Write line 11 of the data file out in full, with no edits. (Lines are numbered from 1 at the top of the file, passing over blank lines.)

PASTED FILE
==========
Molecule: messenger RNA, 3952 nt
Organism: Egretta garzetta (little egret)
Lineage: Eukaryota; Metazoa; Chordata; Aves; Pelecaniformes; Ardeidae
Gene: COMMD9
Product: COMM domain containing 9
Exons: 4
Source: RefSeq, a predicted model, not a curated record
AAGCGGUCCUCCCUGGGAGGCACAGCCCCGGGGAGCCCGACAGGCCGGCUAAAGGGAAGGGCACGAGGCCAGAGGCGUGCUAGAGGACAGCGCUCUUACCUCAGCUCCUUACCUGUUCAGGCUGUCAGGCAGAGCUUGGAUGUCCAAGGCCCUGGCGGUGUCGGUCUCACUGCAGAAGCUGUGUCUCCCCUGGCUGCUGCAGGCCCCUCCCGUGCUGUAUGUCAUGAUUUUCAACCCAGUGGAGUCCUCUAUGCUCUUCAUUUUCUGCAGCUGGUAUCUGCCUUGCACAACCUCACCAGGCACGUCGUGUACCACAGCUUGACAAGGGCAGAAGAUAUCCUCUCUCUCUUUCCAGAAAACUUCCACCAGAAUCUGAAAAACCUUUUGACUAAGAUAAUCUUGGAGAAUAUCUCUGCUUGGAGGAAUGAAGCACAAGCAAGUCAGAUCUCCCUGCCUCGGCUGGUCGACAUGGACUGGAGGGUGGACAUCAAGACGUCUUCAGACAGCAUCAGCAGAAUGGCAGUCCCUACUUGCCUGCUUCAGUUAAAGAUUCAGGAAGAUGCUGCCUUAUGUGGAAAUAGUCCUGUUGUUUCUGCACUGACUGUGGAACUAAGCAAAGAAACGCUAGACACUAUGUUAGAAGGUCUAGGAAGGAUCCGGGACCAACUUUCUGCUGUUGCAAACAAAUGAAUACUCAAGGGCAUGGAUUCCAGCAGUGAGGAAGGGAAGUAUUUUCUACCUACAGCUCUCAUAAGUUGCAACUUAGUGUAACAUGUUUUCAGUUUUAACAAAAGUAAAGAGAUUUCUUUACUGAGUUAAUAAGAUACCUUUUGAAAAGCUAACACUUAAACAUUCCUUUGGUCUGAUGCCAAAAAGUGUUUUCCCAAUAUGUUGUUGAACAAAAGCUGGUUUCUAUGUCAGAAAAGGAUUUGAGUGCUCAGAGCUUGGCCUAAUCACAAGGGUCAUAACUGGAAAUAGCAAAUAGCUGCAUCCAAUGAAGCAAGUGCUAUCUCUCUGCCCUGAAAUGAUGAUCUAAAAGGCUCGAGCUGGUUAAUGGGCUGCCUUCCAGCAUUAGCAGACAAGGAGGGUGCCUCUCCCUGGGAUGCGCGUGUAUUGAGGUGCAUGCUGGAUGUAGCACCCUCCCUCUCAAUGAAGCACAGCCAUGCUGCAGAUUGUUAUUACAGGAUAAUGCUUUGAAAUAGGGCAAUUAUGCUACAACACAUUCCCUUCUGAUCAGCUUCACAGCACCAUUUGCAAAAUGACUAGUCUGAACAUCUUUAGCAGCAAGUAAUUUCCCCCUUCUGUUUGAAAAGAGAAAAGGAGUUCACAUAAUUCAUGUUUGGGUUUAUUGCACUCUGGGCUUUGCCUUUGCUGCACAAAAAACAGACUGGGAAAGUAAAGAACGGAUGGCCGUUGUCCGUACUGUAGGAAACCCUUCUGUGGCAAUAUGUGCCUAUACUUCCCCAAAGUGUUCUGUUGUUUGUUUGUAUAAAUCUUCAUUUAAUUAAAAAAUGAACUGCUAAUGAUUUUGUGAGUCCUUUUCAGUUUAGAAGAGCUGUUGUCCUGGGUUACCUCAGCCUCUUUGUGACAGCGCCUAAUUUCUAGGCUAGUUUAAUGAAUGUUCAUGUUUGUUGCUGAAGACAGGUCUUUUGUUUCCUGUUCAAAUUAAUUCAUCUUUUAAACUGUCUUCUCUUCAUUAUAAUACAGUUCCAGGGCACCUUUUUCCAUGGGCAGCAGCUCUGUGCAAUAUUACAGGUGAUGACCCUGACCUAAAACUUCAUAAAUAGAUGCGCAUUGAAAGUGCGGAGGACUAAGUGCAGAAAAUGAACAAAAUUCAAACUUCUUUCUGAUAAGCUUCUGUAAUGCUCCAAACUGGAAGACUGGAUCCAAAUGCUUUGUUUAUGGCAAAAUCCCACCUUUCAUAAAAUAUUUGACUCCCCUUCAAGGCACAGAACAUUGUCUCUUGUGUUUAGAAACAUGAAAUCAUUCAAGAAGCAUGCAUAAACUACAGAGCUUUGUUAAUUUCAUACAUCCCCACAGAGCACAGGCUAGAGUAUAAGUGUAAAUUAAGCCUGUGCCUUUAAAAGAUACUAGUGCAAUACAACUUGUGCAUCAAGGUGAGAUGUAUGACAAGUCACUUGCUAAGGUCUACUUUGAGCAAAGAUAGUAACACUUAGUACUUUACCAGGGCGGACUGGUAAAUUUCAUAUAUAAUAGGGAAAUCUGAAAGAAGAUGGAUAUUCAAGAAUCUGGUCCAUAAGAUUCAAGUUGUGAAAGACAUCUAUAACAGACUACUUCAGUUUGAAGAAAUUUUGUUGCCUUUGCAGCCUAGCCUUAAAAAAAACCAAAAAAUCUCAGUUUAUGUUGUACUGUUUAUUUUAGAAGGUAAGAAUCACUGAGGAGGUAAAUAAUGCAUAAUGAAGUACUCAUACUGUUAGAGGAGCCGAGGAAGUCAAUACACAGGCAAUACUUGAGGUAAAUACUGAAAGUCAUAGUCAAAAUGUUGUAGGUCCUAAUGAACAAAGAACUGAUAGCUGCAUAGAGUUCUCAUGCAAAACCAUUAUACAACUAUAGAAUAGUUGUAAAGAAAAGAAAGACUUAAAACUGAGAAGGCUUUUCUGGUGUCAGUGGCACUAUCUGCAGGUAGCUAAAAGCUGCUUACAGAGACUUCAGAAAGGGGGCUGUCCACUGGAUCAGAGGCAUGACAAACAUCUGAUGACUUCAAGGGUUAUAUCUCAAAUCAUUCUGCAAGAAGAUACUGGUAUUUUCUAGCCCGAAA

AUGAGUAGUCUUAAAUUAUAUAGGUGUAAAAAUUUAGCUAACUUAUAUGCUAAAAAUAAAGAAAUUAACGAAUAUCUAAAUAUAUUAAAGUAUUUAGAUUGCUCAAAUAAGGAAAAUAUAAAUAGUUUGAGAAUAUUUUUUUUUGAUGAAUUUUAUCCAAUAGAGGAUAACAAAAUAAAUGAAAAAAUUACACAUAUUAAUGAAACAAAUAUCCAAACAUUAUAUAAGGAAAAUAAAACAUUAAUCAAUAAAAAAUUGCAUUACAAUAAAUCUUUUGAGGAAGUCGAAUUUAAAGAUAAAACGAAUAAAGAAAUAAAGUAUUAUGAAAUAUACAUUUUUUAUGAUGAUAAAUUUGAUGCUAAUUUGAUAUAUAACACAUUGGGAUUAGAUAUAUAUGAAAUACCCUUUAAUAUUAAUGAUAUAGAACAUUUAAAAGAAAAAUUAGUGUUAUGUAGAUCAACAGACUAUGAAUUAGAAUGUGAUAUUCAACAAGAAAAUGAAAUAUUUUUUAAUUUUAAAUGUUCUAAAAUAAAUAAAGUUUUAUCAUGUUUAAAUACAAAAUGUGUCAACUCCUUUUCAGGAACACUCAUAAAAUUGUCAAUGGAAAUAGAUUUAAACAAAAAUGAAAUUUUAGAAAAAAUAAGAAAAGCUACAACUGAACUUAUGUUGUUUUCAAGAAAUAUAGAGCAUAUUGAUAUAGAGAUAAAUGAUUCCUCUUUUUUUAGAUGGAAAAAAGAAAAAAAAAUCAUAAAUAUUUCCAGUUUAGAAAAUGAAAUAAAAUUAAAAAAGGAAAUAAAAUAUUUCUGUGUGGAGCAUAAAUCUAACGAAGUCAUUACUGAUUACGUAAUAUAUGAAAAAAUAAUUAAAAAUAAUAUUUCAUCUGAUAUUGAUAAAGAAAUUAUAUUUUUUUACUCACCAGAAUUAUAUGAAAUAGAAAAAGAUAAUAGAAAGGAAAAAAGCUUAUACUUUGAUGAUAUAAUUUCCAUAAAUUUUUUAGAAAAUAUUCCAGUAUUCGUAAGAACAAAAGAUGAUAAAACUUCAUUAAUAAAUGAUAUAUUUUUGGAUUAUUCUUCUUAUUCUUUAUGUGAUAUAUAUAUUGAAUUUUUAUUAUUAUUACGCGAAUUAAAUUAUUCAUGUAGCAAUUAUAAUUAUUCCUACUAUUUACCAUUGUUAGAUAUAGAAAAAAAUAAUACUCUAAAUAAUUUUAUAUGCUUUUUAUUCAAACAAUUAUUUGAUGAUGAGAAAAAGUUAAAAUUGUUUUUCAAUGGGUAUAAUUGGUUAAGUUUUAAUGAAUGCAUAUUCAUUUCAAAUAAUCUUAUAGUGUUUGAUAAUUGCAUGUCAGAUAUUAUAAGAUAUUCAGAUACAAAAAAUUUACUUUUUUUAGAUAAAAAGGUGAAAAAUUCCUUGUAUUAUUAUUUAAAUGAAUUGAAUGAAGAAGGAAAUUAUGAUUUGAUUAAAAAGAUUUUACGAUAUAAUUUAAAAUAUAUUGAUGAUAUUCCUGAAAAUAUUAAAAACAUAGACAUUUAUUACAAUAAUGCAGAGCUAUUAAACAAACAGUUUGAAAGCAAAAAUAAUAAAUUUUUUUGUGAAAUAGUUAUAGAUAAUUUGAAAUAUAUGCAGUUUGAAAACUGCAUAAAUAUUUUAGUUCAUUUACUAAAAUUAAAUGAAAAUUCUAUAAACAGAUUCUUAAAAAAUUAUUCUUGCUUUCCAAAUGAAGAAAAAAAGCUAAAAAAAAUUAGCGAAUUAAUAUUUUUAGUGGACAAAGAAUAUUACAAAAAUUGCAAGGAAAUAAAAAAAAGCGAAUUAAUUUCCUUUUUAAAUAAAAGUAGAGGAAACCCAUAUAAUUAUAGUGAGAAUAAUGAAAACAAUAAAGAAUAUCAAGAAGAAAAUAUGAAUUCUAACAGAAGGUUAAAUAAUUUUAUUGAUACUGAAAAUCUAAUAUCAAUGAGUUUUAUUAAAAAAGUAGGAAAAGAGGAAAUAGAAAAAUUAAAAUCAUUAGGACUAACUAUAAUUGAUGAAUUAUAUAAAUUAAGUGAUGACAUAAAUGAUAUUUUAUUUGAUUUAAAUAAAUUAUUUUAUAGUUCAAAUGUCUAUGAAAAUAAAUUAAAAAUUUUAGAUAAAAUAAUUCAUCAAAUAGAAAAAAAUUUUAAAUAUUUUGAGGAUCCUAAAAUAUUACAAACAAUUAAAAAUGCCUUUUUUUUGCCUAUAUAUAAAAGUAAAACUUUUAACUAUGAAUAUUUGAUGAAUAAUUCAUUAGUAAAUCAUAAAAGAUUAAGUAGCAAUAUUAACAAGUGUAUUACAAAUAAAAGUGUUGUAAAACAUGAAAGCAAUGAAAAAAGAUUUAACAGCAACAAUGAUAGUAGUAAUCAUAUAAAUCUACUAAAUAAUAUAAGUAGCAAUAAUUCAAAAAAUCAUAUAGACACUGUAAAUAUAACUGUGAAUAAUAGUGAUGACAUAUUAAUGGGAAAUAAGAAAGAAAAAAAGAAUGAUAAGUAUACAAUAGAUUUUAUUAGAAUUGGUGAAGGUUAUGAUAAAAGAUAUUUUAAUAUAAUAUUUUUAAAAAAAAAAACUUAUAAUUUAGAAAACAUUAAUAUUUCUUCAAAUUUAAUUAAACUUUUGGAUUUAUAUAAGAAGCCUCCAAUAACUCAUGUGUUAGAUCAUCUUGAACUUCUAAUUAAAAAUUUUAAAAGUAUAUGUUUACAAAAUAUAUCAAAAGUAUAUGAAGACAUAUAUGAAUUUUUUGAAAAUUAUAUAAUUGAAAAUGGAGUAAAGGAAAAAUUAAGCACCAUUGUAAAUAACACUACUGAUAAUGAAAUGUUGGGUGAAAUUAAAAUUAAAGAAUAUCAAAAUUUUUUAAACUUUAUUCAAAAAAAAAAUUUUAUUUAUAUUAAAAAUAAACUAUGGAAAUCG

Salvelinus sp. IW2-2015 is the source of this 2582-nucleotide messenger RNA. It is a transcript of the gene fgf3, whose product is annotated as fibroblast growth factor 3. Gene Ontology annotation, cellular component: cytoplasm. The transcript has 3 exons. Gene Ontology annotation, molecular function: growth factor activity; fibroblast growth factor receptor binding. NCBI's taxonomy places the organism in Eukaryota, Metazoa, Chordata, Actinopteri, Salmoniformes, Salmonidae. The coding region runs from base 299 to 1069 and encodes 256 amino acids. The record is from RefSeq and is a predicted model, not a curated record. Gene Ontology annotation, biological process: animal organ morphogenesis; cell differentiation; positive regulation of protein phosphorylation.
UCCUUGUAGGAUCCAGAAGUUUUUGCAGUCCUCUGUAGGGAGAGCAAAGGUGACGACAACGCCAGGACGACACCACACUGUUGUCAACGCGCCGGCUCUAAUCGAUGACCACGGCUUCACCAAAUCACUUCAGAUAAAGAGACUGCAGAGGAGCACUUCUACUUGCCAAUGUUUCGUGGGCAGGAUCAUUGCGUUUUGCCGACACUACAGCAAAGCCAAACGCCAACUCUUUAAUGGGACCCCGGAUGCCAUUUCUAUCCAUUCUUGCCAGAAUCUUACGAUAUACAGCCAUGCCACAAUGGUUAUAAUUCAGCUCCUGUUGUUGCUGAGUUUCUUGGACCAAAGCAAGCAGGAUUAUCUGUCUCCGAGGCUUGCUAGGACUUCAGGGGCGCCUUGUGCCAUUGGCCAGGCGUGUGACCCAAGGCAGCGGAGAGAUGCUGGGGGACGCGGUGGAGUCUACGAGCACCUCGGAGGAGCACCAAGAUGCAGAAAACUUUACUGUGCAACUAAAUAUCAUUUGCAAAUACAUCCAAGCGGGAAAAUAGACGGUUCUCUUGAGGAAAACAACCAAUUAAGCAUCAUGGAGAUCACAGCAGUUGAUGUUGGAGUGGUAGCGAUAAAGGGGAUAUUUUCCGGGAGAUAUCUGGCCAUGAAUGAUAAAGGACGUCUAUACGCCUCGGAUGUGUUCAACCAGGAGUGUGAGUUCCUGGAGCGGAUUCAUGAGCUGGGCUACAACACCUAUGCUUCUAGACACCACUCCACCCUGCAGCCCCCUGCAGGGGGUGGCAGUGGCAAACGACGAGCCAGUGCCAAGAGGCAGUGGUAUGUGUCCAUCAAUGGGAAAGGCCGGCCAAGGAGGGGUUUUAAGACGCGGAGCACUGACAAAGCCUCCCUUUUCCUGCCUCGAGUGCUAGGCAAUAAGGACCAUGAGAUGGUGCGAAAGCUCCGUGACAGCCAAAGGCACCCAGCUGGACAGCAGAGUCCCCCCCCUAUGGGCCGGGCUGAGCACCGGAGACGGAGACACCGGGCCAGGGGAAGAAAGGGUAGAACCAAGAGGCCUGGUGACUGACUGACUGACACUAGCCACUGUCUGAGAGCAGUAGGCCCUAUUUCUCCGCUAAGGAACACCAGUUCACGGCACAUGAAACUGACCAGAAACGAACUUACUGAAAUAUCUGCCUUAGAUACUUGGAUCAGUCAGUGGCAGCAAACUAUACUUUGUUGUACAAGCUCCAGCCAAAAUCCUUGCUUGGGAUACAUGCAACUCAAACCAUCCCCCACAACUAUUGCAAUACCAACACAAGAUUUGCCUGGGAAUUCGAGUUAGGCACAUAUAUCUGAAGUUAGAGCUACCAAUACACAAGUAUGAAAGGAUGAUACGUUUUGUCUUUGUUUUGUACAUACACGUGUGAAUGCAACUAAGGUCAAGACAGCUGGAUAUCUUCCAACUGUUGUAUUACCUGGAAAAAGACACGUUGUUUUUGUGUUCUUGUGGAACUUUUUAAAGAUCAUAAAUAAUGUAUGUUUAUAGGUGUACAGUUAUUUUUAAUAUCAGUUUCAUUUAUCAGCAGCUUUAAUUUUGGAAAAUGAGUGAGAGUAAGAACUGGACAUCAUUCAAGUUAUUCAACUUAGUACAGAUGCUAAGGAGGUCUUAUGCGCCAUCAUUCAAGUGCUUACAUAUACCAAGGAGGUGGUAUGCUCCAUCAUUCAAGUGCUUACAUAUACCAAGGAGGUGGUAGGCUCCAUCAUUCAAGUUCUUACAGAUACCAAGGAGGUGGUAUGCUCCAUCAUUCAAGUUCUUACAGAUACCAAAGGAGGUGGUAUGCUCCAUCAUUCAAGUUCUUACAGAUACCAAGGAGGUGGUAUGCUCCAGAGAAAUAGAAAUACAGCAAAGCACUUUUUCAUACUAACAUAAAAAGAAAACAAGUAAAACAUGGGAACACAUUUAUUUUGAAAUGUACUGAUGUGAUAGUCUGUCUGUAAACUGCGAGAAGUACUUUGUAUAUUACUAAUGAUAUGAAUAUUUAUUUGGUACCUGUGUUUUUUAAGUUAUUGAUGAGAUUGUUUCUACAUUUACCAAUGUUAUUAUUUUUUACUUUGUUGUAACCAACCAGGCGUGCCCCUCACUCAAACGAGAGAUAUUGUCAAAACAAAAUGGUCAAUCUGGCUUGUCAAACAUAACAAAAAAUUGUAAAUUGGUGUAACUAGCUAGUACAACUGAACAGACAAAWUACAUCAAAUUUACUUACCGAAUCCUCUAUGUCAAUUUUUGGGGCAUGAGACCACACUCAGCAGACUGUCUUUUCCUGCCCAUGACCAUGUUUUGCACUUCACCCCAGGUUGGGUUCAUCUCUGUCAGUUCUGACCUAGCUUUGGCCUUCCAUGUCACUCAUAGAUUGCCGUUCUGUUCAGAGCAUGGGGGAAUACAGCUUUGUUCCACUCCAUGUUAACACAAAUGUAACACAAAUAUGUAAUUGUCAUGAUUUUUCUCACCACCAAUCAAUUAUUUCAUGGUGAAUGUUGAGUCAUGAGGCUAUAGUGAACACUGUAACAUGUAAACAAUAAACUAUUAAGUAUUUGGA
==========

UCCUUGUAGGAUCCAGAAGUUUUUGCAGUCCUCUGUAGGGAGAGCAAAGGUGACGACAACGCCAGGACGACACCACACUGUUGUCAACGCGCCGGCUCUAAUCGAUGACCACGGCUUCACCAAAUCACUUCAGAUAAAGAGACUGCAGAGGAGCACUUCUACUUGCCAAUGUUUCGUGGGCAGGAUCAUUGCGUUUUGCCGACACUACAGCAAAGCCAAACGCCAACUCUUUAAUGGGACCCCGGAUGCCAUUUCUAUCCAUUCUUGCCAGAAUCUUACGAUAUACAGCCAUGCCACAAUGGUUAUAAUUCAGCUCCUGUUGUUGCUGAGUUUCUUGGACCAAAGCAAGCAGGAUUAUCUGUCUCCGAGGCUUGCUAGGACUUCAGGGGCGCCUUGUGCCAUUGGCCAGGCGUGUGACCCAAGGCAGCGGAGAGAUGCUGGGGGACGCGGUGGAGUCUACGAGCACCUCGGAGGAGCACCAAGAUGCAGAAAACUUUACUGUGCAACUAAAUAUCAUUUGCAAAUACAUCCAAGCGGGAAAAUAGACGGUUCUCUUGAGGAAAACAACCAAUUAAGCAUCAUGGAGAUCACAGCAGUUGAUGUUGGAGUGGUAGCGAUAAAGGGGAUAUUUUCCGGGAGAUAUCUGGCCAUGAAUGAUAAAGGACGUCUAUACGCCUCGGAUGUGUUCAACCAGGAGUGUGAGUUCCUGGAGCGGAUUCAUGAGCUGGGCUACAACACCUAUGCUUCUAGACACCACUCCACCCUGCAGCCCCCUGCAGGGGGUGGCAGUGGCAAACGACGAGCCAGUGCCAAGAGGCAGUGGUAUGUGUCCAUCAAUGGGAAAGGCCGGCCAAGGAGGGGUUUUAAGACGCGGAGCACUGACAAAGCCUCCCUUUUCCUGCCUCGAGUGCUAGGCAAUAAGGACCAUGAGAUGGUGCGAAAGCUCCGUGACAGCCAAAGGCACCCAGCUGGACAGCAGAGUCCCCCCCCUAUGGGCCGGGCUGAGCACCGGAGACGGAGACACCGGGCCAGGGGAAGAAAGGGUAGAACCAAGAGGCCUGGUGACUGACUGACUGACACUAGCCACUGUCUGAGAGCAGUAGGCCCUAUUUCUCCGCUAAGGAACACCAGUUCACGGCACAUGAAACUGACCAGAAACGAACUUACUGAAAUAUCUGCCUUAGAUACUUGGAUCAGUCAGUGGCAGCAAACUAUACUUUGUUGUACAAGCUCCAGCCAAAAUCCUUGCUUGGGAUACAUGCAACUCAAACCAUCCCCCACAACUAUUGCAAUACCAACACAAGAUUUGCCUGGGAAUUCGAGUUAGGCACAUAUAUCUGAAGUUAGAGCUACCAAUACACAAGUAUGAAAGGAUGAUACGUUUUGUCUUUGUUUUGUACAUACACGUGUGAAUGCAACUAAGGUCAAGACAGCUGGAUAUCUUCCAACUGUUGUAUUACCUGGAAAAAGACACGUUGUUUUUGUGUUCUUGUGGAACUUUUUAAAGAUCAUAAAUAAUGUAUGUUUAUAGGUGUACAGUUAUUUUUAAUAUCAGUUUCAUUUAUCAGCAGCUUUAAUUUUGGAAAAUGAGUGAGAGUAAGAACUGGACAUCAUUCAAGUUAUUCAACUUAGUACAGAUGCUAAGGAGGUCUUAUGCGCCAUCAUUCAAGUGCUUACAUAUACCAAGGAGGUGGUAUGCUCCAUCAUUCAAGUGCUUACAUAUACCAAGGAGGUGGUAGGCUCCAUCAUUCAAGUUCUUACAGAUACCAAGGAGGUGGUAUGCUCCAUCAUUCAAGUUCUUACAGAUACCAAAGGAGGUGGUAUGCUCCAUCAUUCAAGUUCUUACAGAUACCAAGGAGGUGGUAUGCUCCAGAGAAAUAGAAAUACAGCAAAGCACUUUUUCAUACUAACAUAAAAAGAAAACAAGUAAAACAUGGGAACACAUUUAUUUUGAAAUGUACUGAUGUGAUAGUCUGUCUGUAAACUGCGAGAAGUACUUUGUAUAUUACUAAUGAUAUGAAUAUUUAUUUGGUACCUGUGUUUUUUAAGUUAUUGAUGAGAUUGUUUCUACAUUUACCAAUGUUAUUAUUUUUUACUUUGUUGUAACCAACCAGGCGUGCCCCUCACUCAAACGAGAGAUAUUGUCAAAACAAAAUGGUCAAUCUGGCUUGUCAAACAUAACAAAAAAUUGUAAAUUGGUGUAACUAGCUAGUACAACUGAACAGACAAAWUACAUCAAAUUUACUUACCGAAUCCUCUAUGUCAAUUUUUGGGGCAUGAGACCACACUCAGCAGACUGUCUUUUCCUGCCCAUGACCAUGUUUUGCACUUCACCCCAGGUUGGGUUCAUCUCUGUCAGUUCUGACCUAGCUUUGGCCUUCCAUGUCACUCAUAGAUUGCCGUUCUGUUCAGAGCAUGGGGGAAUACAGCUUUGUUCCACUCCAUGUUAACACAAAUGUAACACAAAUAUGUAAUUGUCAUGAUUUUUCUCACCACCAAUCAAUUAUUUCAUGGUGAAUGUUGAGUCAUGAGGCUAUAGUGAACACUGUAACAUGUAAACAAUAAACUAUUAAGUAUUUGGA